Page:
So Maybe I’m Going to Scotland for a Degree in Celtic Literature… But Also For Dragons!

Last week, I explained that I’m going to Scotland for very important reasons.  You know, things like acquiring a castle, finding dragons, locating Narnia, procuring the services of a brownie, and watching sheep frolick in the heather.  I will definitely be making the most of my time there.  What better reasons do I need?

Okay, fine, so I might work on a degree while I’m at it…  If you must know, I did apply to the University of Edinburgh to earn a degree in Celtic studies (clearly, brownies, castles, Narnia, and dragons are closely related, so I feel justified in those extracurricular pursuits).  If you want, I can even tell you what this degree of mine is going to focus on.  Actually, since this is my post, I can do what I want, right? My post, my rules.  You have no choice in the matter!  Hahaha!

Is anyone still reading?

….. Hello?

Well, never mind that.  I have things to say.  My degree is officially called an MSc by Research in Celtic Languages and Literature.  Basically, I get to spend my days reading stories about Celtic heroes and writing a paper about my own particular interests in the Celtic field.

I chose the Celtic Otherworld.  With my general obsession regarding portals to Narnia and finding magical creatures, it’s probably not that surprising that I want to study the underlying inspiration for magical worlds in English literature.

Fortunately, this one did not sing showtunes. Unfortunately, it also did not bear Erik or myself off to a magical kingdom.

Most of you have probably read a novel or two that have characters who are transported to other worlds.  It might be a doorway, an incantation in an old book, a mysterious cave, or a ride on a big pink pegasus who sings showtunes (don’t ask – I haven’t read that one either, but I might have to write the story now…).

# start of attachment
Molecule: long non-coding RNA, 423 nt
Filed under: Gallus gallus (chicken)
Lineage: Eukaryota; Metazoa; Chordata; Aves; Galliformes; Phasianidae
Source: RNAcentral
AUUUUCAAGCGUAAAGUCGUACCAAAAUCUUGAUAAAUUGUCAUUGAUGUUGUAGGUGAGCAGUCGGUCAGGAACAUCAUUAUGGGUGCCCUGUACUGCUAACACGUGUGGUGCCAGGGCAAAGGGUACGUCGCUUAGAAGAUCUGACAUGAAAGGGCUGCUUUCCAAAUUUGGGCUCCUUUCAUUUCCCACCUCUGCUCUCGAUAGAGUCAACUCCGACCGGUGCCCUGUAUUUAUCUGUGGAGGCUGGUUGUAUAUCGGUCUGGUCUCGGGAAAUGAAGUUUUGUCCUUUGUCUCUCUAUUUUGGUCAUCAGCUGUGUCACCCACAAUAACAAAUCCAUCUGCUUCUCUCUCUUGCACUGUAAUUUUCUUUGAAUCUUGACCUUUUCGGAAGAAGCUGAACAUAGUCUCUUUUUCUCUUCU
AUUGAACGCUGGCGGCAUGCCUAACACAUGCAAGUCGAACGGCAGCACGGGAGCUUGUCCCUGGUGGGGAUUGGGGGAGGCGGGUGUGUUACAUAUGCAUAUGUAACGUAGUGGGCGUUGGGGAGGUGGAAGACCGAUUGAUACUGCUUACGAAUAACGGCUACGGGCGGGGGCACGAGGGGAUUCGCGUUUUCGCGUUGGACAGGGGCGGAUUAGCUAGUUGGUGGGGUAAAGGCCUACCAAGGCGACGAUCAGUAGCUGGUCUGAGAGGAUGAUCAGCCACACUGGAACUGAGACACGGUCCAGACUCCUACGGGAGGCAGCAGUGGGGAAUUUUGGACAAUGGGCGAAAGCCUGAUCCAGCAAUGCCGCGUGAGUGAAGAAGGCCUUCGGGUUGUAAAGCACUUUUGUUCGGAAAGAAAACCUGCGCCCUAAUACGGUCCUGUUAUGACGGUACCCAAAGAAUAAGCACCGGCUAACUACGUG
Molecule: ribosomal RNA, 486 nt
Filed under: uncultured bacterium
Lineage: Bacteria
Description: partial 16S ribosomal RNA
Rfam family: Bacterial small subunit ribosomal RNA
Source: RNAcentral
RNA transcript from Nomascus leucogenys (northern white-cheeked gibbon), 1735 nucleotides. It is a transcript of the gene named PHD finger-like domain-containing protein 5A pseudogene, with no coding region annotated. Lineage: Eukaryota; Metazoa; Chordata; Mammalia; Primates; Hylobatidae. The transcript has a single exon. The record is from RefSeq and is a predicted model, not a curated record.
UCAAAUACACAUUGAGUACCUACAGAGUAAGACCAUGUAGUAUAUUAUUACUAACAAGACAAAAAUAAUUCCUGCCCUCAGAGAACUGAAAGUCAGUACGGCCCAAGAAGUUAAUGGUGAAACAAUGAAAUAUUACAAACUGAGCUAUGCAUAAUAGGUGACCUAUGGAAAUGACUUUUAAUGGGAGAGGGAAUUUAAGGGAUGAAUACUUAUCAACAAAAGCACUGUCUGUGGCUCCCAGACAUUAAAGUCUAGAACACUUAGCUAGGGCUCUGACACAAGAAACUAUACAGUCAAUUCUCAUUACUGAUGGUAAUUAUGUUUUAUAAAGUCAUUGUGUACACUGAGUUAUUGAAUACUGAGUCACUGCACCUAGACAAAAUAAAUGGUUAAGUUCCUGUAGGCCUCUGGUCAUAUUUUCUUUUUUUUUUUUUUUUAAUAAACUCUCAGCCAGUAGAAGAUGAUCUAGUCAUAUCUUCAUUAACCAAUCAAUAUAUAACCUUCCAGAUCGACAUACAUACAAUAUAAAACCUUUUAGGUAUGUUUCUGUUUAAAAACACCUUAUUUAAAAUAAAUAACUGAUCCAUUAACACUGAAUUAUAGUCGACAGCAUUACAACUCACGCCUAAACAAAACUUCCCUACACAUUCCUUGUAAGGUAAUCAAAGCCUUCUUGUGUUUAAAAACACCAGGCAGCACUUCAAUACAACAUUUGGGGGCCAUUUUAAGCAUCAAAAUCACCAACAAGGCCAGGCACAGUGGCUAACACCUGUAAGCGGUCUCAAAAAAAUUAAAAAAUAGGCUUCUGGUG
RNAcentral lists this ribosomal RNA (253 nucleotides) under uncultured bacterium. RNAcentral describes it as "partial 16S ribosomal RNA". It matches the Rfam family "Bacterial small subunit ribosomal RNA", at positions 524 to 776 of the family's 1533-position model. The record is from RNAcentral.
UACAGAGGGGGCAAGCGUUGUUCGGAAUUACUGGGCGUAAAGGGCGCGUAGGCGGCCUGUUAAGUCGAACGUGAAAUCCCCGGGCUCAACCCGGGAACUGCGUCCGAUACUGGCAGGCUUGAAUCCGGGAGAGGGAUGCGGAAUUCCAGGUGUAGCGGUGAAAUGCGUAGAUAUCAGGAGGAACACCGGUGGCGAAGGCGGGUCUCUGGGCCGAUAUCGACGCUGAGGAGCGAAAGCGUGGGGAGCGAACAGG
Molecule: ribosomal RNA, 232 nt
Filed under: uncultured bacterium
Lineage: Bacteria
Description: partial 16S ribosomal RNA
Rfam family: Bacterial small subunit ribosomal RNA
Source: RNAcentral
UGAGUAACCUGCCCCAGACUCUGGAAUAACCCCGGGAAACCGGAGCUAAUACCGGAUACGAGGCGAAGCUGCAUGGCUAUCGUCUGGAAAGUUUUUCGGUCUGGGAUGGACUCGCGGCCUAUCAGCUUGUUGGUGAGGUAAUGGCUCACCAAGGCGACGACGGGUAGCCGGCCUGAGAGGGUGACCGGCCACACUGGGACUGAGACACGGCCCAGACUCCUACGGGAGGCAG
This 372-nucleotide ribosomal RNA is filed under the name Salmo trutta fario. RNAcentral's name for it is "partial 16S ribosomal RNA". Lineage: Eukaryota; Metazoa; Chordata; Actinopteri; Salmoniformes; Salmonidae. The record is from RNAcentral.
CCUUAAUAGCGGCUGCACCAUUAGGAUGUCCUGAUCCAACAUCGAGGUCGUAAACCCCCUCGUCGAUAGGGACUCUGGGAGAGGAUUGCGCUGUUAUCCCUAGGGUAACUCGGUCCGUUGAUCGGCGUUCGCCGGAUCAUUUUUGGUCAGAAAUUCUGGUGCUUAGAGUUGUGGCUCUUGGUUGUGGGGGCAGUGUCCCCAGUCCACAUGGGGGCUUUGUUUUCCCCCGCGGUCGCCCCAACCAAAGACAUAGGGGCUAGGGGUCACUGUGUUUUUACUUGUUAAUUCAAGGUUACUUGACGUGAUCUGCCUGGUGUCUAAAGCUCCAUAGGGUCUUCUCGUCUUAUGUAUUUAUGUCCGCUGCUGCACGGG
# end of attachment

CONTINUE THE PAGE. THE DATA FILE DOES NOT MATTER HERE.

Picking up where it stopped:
The fact is, in western literature, the idea of entering a magical land owes its existence and inspiring details to the Celts.  If you look at other major mythologies, such as the Norse or Greek myths, magical otherworlds don’t exist.  There is only one plane of existence.  For the Norse culture, that plane of existence includes divided realms, but those realms are all connected by the great tree Yggdrasil.  You can go from one to the next with the right knowledge and power.  There’s nothing “out of this world” about it, merely “out of this circle.”

For the Greeks, our world exists along with the divine realm of Olympus and the dark realm of Hades, the underworld.  Again, they are connected and can be reached through physical journeys on the right roads.

No such divisions exist for the Celts.  Trying to uncover the magic of the Celtic religion is tricky because they didn’t write anything down.  However, bits of pieces of old religion can be pieced together through archaeology and later texts penned by Christian monks in the medieval period.  What seems to exist are parallel worlds.  Like a Celtic knot, the worlds of magic and mundane are intertwined, distinct and connected at the same time.

Monks like Brother Aedan or young Brendan from the fanciful and beautiful movie The Secret of Kells were faithful in writing down stories as they heard them.